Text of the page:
About a month after I took my last drink, my somewhat confusing outpatient recovery program behind me, things fell apart. I was dating the mechanic/bodybuilder/stand-up comedian who had supported me through this process and I had just started a new job.
The job was perfect…on paper. I loved their work, they loved me. The interview process was a great, big love fest. We finished each other’s sentences, shared the same hopes and dreams. When I asked the standard question of Where do your employees go when they leave here?, the response was inspiring, They don’t quit; they just love working here.
On my first day, I was given the tour of the offices, including the room in which I was to punch in. Wait. What?
When you arrive in the morning, hit 5-2-3-in; and when you leave, hit 5-2-3-out.
Yes, ladies and gentlemen! I was in a salaried position, just a step down from the president and CEO of the company, and I was back to punching in my hours like I was 14 and working at Ye Olde Rockville Camera Shop. I therefore should not have been surprised to learn that our work space resembled a travel agent’s office (many desks, no divisions, no privacy), that the number of times I went to the ladies room was being closely monitored, and that our fearless leader managed employees much the way Henry VIII managed his wives.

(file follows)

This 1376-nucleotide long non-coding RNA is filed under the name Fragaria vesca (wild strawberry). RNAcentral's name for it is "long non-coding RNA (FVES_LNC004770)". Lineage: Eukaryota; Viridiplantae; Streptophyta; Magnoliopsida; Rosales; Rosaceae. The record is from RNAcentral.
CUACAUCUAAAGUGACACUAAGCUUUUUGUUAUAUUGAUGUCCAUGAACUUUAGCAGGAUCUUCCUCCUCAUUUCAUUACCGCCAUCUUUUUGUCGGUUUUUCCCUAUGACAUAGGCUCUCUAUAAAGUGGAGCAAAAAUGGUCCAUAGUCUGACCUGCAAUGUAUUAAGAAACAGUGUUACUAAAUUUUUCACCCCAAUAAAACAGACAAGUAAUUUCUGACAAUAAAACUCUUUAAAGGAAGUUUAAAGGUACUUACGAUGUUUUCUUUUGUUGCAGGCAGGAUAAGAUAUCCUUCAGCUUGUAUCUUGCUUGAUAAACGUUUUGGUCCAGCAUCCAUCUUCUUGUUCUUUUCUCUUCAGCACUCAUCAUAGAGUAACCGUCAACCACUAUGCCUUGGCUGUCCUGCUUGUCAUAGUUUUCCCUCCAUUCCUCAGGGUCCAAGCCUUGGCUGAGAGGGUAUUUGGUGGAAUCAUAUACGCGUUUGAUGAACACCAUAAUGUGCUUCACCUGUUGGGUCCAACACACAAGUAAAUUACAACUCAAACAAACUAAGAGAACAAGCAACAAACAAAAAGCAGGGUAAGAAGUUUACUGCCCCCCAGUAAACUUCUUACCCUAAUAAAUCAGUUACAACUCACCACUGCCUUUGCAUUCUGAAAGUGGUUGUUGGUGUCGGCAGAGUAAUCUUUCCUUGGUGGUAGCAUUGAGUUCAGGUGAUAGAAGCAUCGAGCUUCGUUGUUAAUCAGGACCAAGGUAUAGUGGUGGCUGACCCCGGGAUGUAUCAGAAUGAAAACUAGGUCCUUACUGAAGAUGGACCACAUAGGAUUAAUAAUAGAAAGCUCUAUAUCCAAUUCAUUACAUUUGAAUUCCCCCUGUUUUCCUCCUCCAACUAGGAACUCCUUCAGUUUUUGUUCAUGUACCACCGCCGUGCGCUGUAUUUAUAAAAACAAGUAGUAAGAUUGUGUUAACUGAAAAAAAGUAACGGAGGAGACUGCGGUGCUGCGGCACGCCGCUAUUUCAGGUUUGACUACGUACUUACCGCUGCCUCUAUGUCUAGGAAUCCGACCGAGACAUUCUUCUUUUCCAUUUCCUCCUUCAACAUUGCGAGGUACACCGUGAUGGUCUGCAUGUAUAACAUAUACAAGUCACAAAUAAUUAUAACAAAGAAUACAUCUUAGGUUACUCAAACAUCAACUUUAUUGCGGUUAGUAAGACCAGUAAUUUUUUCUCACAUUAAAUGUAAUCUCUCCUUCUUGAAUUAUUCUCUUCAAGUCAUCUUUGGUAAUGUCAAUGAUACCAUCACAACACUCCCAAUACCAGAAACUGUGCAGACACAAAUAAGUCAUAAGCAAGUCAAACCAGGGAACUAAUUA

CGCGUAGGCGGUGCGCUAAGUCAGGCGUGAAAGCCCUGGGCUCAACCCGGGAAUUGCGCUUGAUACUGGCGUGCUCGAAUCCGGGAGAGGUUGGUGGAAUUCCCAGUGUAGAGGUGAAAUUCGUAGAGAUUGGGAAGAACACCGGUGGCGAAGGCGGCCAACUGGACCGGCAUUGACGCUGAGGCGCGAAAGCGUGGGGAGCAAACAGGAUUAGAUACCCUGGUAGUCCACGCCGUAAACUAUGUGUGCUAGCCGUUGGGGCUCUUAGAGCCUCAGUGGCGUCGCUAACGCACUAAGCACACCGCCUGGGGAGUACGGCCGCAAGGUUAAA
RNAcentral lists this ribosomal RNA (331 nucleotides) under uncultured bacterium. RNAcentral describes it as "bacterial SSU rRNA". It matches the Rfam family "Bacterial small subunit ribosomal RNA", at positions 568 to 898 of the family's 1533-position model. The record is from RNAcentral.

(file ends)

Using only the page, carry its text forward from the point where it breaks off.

Help me, Jesus, I’m in hell!
Three weeks into my sentence, I mean my job, my boyfriend went missing. Not flyer-on-telephone-pole missing, but I-left-my-phone-in-my-car-and-was-home-sick-for-5-days missing.
Once he re-emerged, we actually managed to patch things up for about 3 weeks before he broke up with me one Sunday morning…right before Valentine’s Day…in bed.
I awoke one late-February morning to the Regina Spektor song, Field Below:
I wish I’d see a field below
I wish I’d hear a rooster crow
But there are none who live downtown
And so the day starts out so slow
Again the sun was never called
And darkness spreads over the snow
Like ancient bruises
I’m awake and feel the ache
I was awake, and I felt the ache.
Had I the option of checking out with a bottle (or two) every night, I would have embraced that approach like a starving dog setting upon a scrap of meat. I could easily have spent much of the 10 months of my job from hell in a hazy stupor.
Had I the option to drink, however, I might not have learned something important about myself. I found out that I’m stronger than I thought. I felt all the pain, confusion, heartbreak, and uncertainty – without ever taking the edge off – and I didn’t die. Who knew?